Republicans have worked themselves into quite a state of giddiness over comments by Bill Clinton (last night) and Larry Summers (this morning) that seem to favor extending all the Bush tax cuts when they expire on January 1. As Mitch McConnell told reporters today, “Bill Clinton’s remarks, and then Larry Summers remarks—it’s pretty obvious that the economy needs the certainty of the extension of the current tax rates for at least a year.”
Uh, no, it’s not. Even if you take literally Clinton’s and Summers’s imprecise musings, it’s hard to see how you get from their statements to McConnell’s. For one thing, neither endorsed McConnell’s timetable on the length of a possible extension—McConnell was just stating the GOP position and implying they supported it. Likewise, neither said anything about how the economy needs an extension of all the tax cuts to avoid perilous uncertainty. That, again, is just GOP agitprop dressed up as an economic theory.
Both were simply making the straight-forward Keynesian argument that it’s a bad idea to take money out of the economy, whether through spending cuts or tax increases, when you’re in a fragile recovery. In Summers’ formulation: “The real risk to this economy is on the side of slowdown, certainly not on the side of overheating, and that means we’ve got to make sure we don’t take gasoline out of the tank at the end of this year.” Clinton made essentially the same point: “What I think we need to do is find some way to avoid the fiscal cliff to avoid doing anything that would contract the economy now.” Nothing here about how tax-rate uncertainty paralyzes consumers and businesses, as McConnell would have it.
A more important question is whether Summers and Clinton believe it's dangerous to let even the upper-income tax cuts expire, or whether they believe only the tax cuts for families making under $250,000 really matter. Summers and Clinton subsequently claimed it was the latter, which is Barack Obama's position. Republicans, like House Speaker John Boehner, are claiming this is a flip-flop, and that Clinton (at least) meant the upper-income tax cuts must also be extended.
But there’s no good reason to believe this is the case. Both Summers and Clinton believe that upper-income tax cuts are pretty useless for stimulating the economy (since the affluent can spend just fine without tax cuts). If you don’t think a tax cut is stimulative, then there’s no reason you’d think letting it expire would damage the economy. The reason the Republicans have either missed this, or have chosen to ignore it, is that their political strategy for enacting tax cuts has always been to lump together stimulative tax cuts for the middle-class with non-stimulative tax cuts for the wealthy while claiming the entire package boosts the economy. But just because Republicans employ this spin, and may even believe it, doesn’t mean the rest of us should. (Set aside the Keynesian logic they militantly oppose in other contexts.)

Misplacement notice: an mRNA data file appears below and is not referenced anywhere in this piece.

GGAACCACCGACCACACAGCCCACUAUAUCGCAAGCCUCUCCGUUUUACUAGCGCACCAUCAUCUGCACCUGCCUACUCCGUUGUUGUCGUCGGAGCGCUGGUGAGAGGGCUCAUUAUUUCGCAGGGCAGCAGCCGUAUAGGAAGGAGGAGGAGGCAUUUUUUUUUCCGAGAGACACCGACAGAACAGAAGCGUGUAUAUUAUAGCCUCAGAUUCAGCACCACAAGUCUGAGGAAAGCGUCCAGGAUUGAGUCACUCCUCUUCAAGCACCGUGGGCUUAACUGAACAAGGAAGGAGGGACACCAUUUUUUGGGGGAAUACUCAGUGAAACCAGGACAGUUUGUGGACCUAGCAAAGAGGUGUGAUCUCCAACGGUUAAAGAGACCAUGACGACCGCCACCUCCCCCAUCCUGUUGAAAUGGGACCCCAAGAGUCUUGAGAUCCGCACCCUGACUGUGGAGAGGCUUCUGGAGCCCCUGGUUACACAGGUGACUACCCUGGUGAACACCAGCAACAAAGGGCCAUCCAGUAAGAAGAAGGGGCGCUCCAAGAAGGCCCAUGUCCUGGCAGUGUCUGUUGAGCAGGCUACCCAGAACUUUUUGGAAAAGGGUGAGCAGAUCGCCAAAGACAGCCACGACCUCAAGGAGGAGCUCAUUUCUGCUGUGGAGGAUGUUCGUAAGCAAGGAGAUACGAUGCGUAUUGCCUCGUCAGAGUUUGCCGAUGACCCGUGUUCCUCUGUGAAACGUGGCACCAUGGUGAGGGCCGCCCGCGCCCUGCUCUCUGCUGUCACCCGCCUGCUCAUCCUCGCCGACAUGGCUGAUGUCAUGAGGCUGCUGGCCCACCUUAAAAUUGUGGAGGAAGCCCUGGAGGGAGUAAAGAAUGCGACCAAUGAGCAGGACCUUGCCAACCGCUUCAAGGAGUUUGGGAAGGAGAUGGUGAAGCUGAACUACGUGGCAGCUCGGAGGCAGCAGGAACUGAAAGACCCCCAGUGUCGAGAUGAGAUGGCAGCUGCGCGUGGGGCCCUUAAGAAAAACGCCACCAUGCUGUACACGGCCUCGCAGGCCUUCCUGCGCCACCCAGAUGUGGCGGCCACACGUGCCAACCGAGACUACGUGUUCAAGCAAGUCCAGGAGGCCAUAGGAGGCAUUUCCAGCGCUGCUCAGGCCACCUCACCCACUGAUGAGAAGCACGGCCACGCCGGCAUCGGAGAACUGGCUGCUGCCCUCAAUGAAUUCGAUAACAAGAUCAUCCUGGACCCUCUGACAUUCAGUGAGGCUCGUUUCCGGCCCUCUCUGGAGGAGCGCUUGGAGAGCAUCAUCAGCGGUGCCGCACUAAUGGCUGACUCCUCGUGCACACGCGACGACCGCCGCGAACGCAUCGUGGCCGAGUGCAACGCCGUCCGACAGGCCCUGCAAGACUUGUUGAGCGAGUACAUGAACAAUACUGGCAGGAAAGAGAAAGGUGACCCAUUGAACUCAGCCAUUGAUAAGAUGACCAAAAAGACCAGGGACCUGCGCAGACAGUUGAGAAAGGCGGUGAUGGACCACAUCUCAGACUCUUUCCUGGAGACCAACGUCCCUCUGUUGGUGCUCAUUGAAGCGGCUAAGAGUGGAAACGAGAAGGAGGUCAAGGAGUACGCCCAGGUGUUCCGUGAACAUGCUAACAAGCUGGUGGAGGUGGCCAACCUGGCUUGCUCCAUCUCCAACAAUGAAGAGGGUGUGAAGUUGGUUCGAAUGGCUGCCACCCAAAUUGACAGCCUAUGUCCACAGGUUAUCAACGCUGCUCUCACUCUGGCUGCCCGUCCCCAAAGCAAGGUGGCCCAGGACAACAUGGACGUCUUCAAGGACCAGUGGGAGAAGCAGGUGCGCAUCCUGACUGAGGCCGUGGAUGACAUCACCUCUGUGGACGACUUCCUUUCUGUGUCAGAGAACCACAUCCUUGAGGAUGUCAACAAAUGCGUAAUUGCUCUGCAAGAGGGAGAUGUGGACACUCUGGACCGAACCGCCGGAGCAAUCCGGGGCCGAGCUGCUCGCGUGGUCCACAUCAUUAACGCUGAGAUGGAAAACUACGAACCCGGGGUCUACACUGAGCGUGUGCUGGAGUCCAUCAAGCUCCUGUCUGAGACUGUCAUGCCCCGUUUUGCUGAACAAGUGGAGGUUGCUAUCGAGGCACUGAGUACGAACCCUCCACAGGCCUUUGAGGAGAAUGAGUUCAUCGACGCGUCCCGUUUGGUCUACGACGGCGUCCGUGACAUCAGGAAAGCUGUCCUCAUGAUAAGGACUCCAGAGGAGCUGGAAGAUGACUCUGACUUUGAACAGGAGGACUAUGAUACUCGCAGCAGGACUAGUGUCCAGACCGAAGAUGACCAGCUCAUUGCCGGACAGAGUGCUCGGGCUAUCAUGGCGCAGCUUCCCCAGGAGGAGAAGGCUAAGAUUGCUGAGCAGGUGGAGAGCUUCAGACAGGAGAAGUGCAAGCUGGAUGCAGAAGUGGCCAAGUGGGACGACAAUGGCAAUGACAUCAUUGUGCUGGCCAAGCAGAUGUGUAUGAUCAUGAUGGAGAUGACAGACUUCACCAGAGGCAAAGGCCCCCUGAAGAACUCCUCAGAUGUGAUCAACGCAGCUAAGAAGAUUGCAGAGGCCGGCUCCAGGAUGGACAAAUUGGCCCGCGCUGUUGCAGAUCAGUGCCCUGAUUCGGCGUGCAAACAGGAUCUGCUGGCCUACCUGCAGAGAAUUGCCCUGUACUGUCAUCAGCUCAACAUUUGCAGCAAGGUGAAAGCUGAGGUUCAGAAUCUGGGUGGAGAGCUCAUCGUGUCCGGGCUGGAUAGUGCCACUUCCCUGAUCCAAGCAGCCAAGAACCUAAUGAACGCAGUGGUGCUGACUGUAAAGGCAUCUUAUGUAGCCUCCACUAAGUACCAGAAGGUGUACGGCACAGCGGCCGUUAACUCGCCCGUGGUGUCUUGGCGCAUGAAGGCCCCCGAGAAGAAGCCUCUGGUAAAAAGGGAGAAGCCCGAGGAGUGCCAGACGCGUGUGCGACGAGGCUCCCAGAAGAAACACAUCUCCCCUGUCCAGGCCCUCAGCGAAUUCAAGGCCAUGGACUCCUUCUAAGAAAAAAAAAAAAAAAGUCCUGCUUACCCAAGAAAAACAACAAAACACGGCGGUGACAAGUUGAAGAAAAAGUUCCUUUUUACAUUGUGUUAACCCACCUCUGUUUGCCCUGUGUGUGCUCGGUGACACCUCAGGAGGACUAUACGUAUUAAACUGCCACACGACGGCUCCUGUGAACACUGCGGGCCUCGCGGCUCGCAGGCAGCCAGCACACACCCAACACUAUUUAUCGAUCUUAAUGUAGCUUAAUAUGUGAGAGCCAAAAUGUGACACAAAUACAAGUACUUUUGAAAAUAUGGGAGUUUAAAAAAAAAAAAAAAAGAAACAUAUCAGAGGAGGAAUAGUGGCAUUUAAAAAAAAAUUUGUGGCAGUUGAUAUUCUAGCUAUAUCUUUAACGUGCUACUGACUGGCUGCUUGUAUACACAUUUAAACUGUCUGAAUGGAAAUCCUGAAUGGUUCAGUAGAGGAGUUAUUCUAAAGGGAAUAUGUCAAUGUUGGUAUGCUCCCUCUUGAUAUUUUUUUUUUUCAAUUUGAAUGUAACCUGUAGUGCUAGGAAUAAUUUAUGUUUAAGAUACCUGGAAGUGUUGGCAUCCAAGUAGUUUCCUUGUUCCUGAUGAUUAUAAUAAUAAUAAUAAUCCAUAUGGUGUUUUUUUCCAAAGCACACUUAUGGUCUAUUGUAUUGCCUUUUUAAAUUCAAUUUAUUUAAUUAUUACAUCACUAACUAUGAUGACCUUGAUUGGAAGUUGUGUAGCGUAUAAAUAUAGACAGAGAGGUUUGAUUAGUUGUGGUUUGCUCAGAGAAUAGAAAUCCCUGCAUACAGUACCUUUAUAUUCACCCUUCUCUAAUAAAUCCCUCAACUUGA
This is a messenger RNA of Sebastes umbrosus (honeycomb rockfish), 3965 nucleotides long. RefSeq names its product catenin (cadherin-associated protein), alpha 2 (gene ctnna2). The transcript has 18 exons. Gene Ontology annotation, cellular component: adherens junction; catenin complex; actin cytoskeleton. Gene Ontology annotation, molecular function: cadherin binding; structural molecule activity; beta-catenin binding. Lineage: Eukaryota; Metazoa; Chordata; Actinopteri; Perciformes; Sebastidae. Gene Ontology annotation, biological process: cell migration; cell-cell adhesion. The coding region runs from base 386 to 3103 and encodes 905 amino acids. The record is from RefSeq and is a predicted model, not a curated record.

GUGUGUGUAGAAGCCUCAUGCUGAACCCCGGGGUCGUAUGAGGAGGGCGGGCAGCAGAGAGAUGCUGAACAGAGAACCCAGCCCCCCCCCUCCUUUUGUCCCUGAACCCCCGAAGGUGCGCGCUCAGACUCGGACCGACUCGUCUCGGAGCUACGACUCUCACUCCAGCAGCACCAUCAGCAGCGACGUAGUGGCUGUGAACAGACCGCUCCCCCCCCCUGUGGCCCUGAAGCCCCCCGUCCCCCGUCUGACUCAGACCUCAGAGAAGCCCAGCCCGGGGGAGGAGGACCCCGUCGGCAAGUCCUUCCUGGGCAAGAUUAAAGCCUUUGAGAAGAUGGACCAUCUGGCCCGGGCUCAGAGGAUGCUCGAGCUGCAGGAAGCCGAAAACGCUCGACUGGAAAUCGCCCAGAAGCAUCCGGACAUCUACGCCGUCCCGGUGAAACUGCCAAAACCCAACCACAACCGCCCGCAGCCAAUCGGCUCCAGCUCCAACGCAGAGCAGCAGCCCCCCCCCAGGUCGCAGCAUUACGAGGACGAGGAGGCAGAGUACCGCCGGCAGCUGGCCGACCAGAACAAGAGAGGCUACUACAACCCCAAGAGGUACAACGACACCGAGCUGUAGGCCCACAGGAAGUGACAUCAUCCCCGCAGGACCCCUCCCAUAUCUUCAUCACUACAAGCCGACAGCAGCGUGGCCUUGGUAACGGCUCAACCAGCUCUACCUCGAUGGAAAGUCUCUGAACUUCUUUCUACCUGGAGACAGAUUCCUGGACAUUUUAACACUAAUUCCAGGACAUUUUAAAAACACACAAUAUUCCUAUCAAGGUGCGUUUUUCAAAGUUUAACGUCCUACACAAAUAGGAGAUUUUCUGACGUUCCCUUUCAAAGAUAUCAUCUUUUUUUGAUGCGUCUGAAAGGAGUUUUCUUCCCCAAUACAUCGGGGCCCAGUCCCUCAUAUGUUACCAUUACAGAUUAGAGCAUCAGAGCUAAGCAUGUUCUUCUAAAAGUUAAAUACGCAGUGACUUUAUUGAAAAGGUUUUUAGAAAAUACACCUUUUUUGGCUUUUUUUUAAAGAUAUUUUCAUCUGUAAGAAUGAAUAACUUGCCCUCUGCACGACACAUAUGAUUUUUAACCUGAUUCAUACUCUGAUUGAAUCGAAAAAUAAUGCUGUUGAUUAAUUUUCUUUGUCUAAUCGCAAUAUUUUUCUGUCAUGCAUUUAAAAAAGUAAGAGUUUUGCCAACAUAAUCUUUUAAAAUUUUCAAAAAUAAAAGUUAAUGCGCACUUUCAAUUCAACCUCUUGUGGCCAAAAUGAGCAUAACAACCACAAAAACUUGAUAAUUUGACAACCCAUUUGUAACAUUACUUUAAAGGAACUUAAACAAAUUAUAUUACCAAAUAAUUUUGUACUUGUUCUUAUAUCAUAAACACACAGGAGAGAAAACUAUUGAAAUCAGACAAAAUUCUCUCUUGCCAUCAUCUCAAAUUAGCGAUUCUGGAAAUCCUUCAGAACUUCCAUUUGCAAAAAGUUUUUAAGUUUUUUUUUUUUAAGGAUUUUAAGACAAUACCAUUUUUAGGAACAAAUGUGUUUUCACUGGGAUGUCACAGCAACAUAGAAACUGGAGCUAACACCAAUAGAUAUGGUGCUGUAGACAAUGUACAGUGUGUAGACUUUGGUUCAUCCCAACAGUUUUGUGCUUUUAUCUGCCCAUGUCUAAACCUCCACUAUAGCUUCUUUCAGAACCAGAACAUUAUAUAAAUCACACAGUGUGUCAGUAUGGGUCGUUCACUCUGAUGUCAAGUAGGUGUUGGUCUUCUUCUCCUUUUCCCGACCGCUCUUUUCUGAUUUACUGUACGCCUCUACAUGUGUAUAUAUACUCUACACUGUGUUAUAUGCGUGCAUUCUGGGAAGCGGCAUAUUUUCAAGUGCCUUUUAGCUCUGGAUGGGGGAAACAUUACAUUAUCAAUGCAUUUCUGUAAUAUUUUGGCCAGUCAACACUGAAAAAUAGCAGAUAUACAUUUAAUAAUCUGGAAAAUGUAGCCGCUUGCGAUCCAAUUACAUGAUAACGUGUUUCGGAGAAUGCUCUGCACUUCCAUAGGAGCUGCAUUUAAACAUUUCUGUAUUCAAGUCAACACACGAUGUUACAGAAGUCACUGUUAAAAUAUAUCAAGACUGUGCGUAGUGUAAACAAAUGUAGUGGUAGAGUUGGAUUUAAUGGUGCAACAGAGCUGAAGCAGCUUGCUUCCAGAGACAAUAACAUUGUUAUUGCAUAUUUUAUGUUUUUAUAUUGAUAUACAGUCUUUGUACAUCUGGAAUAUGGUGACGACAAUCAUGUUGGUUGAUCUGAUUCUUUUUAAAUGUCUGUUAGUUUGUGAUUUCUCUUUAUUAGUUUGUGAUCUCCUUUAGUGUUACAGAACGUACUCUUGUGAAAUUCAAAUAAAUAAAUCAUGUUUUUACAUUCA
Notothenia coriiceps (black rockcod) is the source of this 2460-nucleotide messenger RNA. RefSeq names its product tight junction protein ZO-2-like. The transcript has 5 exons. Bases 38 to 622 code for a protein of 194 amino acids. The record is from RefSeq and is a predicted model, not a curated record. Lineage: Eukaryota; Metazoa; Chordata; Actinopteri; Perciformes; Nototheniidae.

The only shred of cover that Clinton gave McConnell-Boehner et al was when he added: “They will probably have to put everything off until early next year. That’s probably the best thing to do right now.” There’s a hint of a normative judgment here--the implication that temporarily extending all the tax cuts is a substantively good thing to do. But when you understand the political context, it seems much more likely that Clinton was making a tactical point than a normative one. After all, even if you believe that only the middle-class tax cuts should stay, you know the GOP won’t go along with that. Which leaves you with the option of extending all of them or none of them come January 1. Clinton, having decided that extending none would hurt the economy, was voicing a preference for the alternative. But saying you prefer one of two likely outcomes is very different from saying it’s the right outcome in some cosmic sense. Indeed, if you listen to the full back-and-forth on this, Clinton says that the point of an extension is to buy time for cutting a longer-term deal, not that the upper-income cuts are worth preserving in and of themselves, even temporarily.
In the end, the big problem with Summers’s and Clinton’s tax-cut riffs isn’t that they endorsed the GOP’s economic approach; it’s that they subtly undercut Obama’s leverage. That is, Obama’s best chances for cutting a favorable deal on taxes is either: 1. Convincing Republicans he’ll veto anything other than a middle-class-only extension and getting them to negotiate before January; or 2. Actually vetoing something other than a middle-class only extension and forcing the GOP to negotiate for the tax cuts’ return. Given that, it’s not exactly helpful to have two prominent Democrats say that vetoing tax cuts is a bad idea. But that’s a lot different from saying upper-income tax cuts are a good idea on the merits, which is what the GOP is claiming they said.
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